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How did Bobby Plager die? Blues legend remembered as 'master of hip-check' after horrific car accident at 78

Plager wore many hats as part of the Blues, as former player, executive, head coach and franchise ambassador. He joined the Blues during their inaugural season in 1967-68
UPDATED MAR 25, 2021
Bob Plager (Getty Images)
Bob Plager (Getty Images)

NHL legend Bob Plager died at the age of 78 this Wednesday, March 24. As one of the original members of the Blues, he played 14 seasons in the NHL — 11 of those were with the Saint Louis Blues. He wasn't alone though, it was a family affair as his brothers, Barclay and Bille, were also part of the Blues team.

The icon's jersey was reportedly retired on February 2, 2017. When the news of his death hit the public, tributes started to pour in on social media with fans in shock about the tragic incident.


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An old photo of Robert Plager (Twitter)

How did Bobby Plager die?

The Blues legend was in a car accident on Wednesday, March 24, described as a "two-vehicle wreck" by ESPN and it took place at approximately 1.30 pm on Highway 40 (Interstate 64) in St Louis. The official account of the Saint Louis Blues tweeted, "Our hearts are broken after learning of the passing of Bobby Plager. It is unimaginable to imagine the St Louis Blues without Bobby." 


In a statement, the team said, "He was an original 1967 member of the St Louis Blues, but also an original in every sense of the word. Bobby's influence at all levels of the Blues organization was profound and everlasting, and his loss to our city will be deep. Bobby liked to say he was No 5 in our program, but No 1 in our hearts."

"Today, our hearts are broken, but one day they will be warmed again by memories of his character, humor and strong love for his family, our community, the St. Louis Blues and generations of fans who will miss him dearly. The St. Louis Blues send all of our love and support to his family, and we hope everyone will find strength knowing that Bobby got his parade," the statement added.

Bob Plager of the St Louis Blues celebrates the Stanley Cup victory following the Blues win over the Boston Bruins at TD Garden on June 12, 2019, in Boston, Massachusetts (Bruce Bennett/Getty Images)

The publication also reported that NHL commissioner Gary Bettman said, "Few men in the history of our game were more closely connected to a city and a franchise than Bob Plager was to St Louis and the Blues."

"Respected by fellow players for his toughness, he was beloved by teammates for his welcoming personality and forged a fierce bond with St Louis fans that would last his entire life. The National Hockey League family mourns the tragic passing of a true St Louis original and send our condolences to his daughter, Melissa, his son, Bobby, his two grandchildren and his countless fans in St. Louis and throughout hockey," he added in a statement.

Bob Plager of the St. Louis Blues celebrates the Stanley Cup victory following the Blues win over the Boston Bruins at TD Garden on June 12, 2019 in Boston, Massachusetts.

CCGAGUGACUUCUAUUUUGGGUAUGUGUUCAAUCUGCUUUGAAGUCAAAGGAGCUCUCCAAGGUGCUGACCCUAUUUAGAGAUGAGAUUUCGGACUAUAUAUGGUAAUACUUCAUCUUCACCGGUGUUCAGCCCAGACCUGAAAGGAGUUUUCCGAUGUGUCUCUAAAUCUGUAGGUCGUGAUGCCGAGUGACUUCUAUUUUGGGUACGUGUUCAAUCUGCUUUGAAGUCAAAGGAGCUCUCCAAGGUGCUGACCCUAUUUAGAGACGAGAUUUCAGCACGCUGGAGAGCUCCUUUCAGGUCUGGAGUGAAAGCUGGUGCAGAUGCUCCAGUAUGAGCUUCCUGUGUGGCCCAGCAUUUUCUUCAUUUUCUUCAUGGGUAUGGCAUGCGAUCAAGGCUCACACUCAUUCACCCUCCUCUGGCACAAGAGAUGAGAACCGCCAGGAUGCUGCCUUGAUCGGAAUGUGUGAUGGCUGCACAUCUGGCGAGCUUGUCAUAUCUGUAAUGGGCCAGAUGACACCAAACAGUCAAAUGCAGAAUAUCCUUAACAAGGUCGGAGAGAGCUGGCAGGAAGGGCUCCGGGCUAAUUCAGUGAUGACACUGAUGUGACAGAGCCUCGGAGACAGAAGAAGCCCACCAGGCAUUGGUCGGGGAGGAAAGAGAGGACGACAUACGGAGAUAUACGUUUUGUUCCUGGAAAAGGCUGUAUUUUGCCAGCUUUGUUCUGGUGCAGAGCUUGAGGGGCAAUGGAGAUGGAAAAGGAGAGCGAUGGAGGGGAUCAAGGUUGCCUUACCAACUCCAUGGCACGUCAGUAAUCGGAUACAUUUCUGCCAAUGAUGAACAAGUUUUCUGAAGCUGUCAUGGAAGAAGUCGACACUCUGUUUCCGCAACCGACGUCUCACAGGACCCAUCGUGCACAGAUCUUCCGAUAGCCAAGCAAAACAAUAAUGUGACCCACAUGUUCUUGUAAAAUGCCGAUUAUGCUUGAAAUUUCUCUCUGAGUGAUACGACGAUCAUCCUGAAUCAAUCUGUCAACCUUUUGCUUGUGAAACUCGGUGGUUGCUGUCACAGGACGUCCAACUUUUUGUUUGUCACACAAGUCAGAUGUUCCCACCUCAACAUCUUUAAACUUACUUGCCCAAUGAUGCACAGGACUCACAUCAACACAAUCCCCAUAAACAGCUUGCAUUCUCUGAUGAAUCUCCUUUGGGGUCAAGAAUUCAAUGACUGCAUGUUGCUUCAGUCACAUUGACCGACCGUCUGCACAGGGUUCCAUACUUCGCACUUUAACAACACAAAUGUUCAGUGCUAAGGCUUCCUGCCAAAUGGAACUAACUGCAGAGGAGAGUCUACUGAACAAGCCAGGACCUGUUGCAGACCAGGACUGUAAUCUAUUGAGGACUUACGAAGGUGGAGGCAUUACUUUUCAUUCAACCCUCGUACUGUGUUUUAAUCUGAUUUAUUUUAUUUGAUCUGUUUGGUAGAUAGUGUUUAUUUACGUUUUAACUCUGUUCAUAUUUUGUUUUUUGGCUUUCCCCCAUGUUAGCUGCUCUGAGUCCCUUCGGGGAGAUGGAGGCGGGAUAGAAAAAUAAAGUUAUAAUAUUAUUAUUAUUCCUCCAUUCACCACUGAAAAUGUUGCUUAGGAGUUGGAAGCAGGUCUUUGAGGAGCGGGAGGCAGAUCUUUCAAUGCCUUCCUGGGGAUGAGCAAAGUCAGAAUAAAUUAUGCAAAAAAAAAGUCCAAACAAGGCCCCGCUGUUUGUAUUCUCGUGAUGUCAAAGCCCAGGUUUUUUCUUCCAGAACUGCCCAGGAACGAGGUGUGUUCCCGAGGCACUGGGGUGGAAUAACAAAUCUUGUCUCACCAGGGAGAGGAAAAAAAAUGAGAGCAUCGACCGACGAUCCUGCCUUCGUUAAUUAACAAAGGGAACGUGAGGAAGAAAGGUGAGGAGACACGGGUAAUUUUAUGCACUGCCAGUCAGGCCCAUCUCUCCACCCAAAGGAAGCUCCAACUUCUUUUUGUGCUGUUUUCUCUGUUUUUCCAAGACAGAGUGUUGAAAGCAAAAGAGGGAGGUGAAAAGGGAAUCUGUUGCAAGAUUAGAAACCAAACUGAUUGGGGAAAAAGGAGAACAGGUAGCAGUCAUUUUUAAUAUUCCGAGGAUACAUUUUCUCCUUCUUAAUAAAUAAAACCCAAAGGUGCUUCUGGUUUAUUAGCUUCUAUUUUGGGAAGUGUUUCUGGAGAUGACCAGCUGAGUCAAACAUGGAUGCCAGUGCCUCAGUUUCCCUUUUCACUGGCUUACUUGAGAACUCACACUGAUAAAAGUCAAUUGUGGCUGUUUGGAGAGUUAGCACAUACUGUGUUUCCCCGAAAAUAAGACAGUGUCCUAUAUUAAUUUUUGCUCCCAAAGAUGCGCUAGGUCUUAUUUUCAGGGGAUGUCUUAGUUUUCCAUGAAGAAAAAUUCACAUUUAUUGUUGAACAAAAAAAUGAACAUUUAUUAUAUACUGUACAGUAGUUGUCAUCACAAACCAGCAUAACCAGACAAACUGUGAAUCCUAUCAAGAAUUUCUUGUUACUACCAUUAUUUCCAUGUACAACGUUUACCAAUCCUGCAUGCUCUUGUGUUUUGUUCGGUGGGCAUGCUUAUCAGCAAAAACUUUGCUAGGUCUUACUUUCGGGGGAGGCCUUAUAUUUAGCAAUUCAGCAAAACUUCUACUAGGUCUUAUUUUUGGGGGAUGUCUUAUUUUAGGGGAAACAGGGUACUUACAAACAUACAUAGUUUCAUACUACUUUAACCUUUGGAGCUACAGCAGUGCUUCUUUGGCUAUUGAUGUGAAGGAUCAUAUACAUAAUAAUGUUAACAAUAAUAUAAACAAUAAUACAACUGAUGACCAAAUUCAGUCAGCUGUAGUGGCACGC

'Master of the hip check'

Plager wore many hats as part of the Blues, as former player, executive, head coach and franchise ambassador. He started in 1964 with the New York Rangers and joined the Blues during their inaugural season in 1967-68. He and his brothers played four seasons with the team. He then moved his focus to the front office and was named the 16th Head Coach in franchise history in 1992 but resigned after 11 games.

He went back to his position as vice president of player development. He was there when the team won its first Stanley Cup title in 2019. Besides having a huge fan base across many age groups, the Kirkland Lake-raised talent's death brings a dark shadow on the NHL community. 

Bobby Plager (Anthony @ApexPredat0r07/Twitter)

Heartwarming tributes attesting to Plager's excellence and loyalty to his community and fan base took over Twitter, especially the Blues fans. "Has there ever been a person that was more synonymous with a franchise, more beloved by a fan base, and served more roles for that organization for as big of a percentage of its existence than Bobby Plager was for the @StLouisBlues? A Blue to his very core," wrote one user.

Another added, "I've scrolled Twitter for hours and I'm still at a loss for words. I am stunned at the loss of Bobby Plager. The impact he had on generations of Blues fans will never be forgotten and his ambassadorship will never be replaced. #RIPBobbyPlager."



"Bobby Plager was one of the greatest #stlblues icons of all time His impact spans far beyond his play on the ice, and his legacy will touch the city of St. Louis for years to come A St. Louis sports legend to the highest degree," tweeted another fan with a video of the player.

Another added, "You'll never find a kinder person or better ambassador for the #stlblues. RIP Bobby Plager #5. Glad the team got you your Cup and will never forget how you shared it with your brother Barclay."



The way he played the game showcased his skill in the sport and fans seem to remember the one move he was known for. "One of the many things I'll remember about Bobby Plager was his devastating hip-check. The man could flat out destroy an opponent with his patented hip-check!! #RIPBobbyPlager #stlblues," wrote a fan along with a nostalgic throwback picture.

Another added, "RIP to Mr Blue, Bobby Plager. The master of the hip check lived long enough to see his boys win the Cup. That is the one solace today."